Department of Mathematics Education
http://hdl.handle.net/10500/6424
2016-10-24T01:45:49ZReflective Abstraction and Mathematics Education: The Genetic Decomposition of the Chain Rule-Work in Progress
http://hdl.handle.net/10500/21217
Reflective Abstraction and Mathematics Education: The Genetic Decomposition of the Chain Rule-Work in Progress
Jojo, Zingiswa; MAHARAJ, ANESHKUMAR; Brijlall, Deonarain
Students have experienced difficulty in understanding and using the chain rule. This study aims at assisting the students to understand and apply the chain rule and thus inform the author’s teaching for future learning of students. A questionnaire will be designed to explore the conceptual understanding of the concept of the chain rule by first year university of technology students using APOS (action-processes-objects-schema) which proposes in the form of the genetic decomposition a set of mental constructions that the students might make in order to learn the concept of the chain rule in calculus and accessing it when needed. This instrument will be used to collect data on how students learn derivatives of trigonometric functions in calculus, using the chain rule. This will be with a view to clarify their understanding of the composition of functions, derivative and the chain rule. The study consists of two phases, both using a qualitative approach. A structured way to describe an individual student’s understanding of the chain rule is developed and applied to analyzing the evolution of the understanding for each of 30 first year students. Other ways to collect data include tests, written exercises and classroom observations. The purpose of the questionnaire will be to establish the correlation between the students’ ability to deal with composition of functions and using the chain rule successfully. Students (n = 10) will then be interviewed based on their written responses to elicit their thinking involved when answering. The analysis of written responses and interviews should establish whether the instrument provided substantial information for identification of certain mental constructions that the researches proposed to consider.
2012-01-01T00:00:00ZThe Use of Indigenous Materials in the Teaching and Learning of Geometry
http://hdl.handle.net/10500/21216
The Use of Indigenous Materials in the Teaching and Learning of Geometry
Jojo, Zingiswa
This paper reports on an exploration of grade nine learners’ experiences in the design and construction of double-storey artefacts project at a secondary school in KwaZulu Natal, South Africa. The project engaged a process of drawing and construction of those artefacts in a technology education classroom to enhance and inform the teaching of geometry and to allow learners to both reflect and use the Geometry they know as a springboard for further study of Euclidean Geometry. This was qualitative study in which data was collected through observations of artefacts and semi-structured interviews with a purposefully selected sample of five learners. The analysis of data revealed that Geometry taught in a free environment allows learners to reflect and share their experiences for better understanding mathematics concepts.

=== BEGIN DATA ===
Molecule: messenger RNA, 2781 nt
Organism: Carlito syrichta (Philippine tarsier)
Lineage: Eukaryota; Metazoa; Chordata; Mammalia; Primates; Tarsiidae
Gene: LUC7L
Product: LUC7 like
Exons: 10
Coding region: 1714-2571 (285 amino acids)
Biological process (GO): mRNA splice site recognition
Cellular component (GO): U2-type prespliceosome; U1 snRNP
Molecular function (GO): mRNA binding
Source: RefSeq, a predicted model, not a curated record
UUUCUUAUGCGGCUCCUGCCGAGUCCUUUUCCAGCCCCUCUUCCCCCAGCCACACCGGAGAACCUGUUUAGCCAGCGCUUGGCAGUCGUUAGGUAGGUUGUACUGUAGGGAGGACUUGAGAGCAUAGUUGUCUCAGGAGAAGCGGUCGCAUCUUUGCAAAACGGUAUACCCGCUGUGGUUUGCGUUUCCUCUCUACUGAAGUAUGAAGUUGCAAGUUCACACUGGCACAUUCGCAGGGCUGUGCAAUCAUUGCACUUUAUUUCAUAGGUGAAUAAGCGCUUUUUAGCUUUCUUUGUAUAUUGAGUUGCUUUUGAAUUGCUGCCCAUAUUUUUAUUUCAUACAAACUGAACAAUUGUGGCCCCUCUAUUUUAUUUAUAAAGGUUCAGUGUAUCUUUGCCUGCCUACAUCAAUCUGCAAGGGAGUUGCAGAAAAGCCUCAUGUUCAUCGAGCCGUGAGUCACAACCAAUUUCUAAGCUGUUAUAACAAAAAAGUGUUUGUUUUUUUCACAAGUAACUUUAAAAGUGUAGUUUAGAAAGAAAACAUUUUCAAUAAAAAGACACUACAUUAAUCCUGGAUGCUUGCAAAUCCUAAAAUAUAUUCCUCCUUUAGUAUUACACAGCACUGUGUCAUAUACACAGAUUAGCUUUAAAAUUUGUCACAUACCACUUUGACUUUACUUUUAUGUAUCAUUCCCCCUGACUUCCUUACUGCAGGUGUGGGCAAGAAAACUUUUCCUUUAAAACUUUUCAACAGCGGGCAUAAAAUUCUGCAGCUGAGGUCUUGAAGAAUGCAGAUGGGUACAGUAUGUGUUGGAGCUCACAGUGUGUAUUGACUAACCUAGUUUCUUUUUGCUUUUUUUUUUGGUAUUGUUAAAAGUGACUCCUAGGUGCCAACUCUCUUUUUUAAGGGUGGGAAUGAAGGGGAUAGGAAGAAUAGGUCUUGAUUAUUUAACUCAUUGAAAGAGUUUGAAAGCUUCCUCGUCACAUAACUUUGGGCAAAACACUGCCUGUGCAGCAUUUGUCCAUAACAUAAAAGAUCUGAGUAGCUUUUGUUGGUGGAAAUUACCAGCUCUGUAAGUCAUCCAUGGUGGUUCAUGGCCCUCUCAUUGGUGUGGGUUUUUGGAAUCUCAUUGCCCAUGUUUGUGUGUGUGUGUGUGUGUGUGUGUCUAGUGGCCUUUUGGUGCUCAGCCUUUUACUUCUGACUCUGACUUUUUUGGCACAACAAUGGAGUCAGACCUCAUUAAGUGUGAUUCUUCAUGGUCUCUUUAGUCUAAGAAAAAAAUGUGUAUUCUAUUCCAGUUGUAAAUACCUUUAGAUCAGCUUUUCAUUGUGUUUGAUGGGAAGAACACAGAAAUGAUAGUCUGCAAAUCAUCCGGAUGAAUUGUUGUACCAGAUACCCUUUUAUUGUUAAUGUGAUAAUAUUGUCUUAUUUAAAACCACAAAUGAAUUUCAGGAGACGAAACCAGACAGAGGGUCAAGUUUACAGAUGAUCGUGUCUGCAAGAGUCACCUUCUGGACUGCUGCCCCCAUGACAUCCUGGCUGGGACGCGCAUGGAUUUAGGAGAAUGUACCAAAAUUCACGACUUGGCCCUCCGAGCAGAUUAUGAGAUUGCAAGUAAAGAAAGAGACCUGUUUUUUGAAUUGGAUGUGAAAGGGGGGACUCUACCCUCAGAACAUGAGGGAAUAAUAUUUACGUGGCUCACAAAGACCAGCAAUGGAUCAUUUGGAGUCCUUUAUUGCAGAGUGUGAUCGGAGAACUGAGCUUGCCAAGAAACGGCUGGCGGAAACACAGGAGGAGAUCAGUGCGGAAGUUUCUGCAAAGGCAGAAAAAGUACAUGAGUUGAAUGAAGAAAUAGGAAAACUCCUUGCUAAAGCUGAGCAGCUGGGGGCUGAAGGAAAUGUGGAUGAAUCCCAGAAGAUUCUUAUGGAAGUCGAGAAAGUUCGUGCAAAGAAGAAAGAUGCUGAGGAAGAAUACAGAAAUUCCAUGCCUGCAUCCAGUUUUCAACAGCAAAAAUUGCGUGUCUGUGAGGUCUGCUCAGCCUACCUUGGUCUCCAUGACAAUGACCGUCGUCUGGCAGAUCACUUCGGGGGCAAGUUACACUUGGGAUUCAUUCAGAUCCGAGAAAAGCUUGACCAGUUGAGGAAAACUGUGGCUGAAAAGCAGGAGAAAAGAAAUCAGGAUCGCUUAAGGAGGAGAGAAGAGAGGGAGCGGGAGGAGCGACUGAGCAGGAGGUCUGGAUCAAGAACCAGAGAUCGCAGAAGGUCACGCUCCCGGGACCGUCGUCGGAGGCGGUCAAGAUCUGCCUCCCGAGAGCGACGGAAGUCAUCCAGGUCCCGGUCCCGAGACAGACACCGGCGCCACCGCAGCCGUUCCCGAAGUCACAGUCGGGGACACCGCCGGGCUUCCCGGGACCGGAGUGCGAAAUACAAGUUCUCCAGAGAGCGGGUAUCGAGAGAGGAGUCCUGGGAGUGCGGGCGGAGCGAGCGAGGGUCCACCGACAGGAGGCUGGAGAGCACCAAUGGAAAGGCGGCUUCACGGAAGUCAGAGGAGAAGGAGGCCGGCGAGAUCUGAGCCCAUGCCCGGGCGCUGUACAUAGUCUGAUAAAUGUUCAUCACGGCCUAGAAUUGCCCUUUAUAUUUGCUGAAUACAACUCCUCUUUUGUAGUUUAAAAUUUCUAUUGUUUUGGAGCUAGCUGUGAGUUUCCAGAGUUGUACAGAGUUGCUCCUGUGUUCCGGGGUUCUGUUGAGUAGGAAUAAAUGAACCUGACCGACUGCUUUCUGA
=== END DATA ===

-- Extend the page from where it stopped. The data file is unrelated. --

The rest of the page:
2015-01-01T00:00:00ZFrom Human Activity to Conceptual Understanding of the Chain
http://hdl.handle.net/10500/21215
From Human Activity to Conceptual Understanding of the Chain
Jojo, Zingiswa; MAHARAJ, ANESHKUMAR; Brijlall, Deonarain
This article reports on a study which investigated first year university
engineering students’ construction of the definition of the concept of the chain
rule in differential calculus at a University of Technology in South Africa. An
APOS (Action-Process-Objects-Schema) approach was used to explore
conceptual understanding displayed by students in learning the chain rule in
calculus. Structured worksheets based on instruction designed to induce
construction of conceptual understanding of the chain rule were used. A number
of students used the straight form technique in differentiating complicated tasks
while very few used either the link and Leibniz form techniques. In this manner
differentiation of each function within the composite function was
accomplished. Students either operated in the Inter- or Trans stages of the
Triad. It was found that even students who had inadequate understanding of
composition of functions, performed well in the application of the chain rule.
2013-01-01T00:00:00ZComparative study on structural organisation of Mathematics Continuous Professional Development (MCPD) in selected Sub-Saharan countries
http://hdl.handle.net/10500/21207
Comparative study on structural organisation of Mathematics Continuous Professional Development (MCPD) in selected Sub-Saharan countries
Jojo, Zingiswa
This paper reports on a comparative study on mathematics continuous professional development (MCPD) programs piloted in selected developed and developing Sub-Saharan countries. The study sought to examine the status of existing professional development practice and the challenges practitioners experience in the implementation of such programs in the different countries. The study was piloted in eleven countries namely, South Africa, Botswana, Namibia, Singapore, Zimbabwe, Swaziland, Poland, South Korea, Ireland, Morocco, and Tanzania. The participants in each country were teachers, principals, subject advisors, district officials, provincial officials, service providers and facilitators. Data were collected by means of questionnaires for the teachers, interviews for other participants and observations for the facilitators. Data was then analyzed and compared using both qualitative and quantitative methods. The findings of the study indicated that teachers were exposed to different professional development programs ranging from lesson reflections in South Korea and Singapore to at least cluster workshops in underdeveloped countries.
2015-01-01T00:00:00Z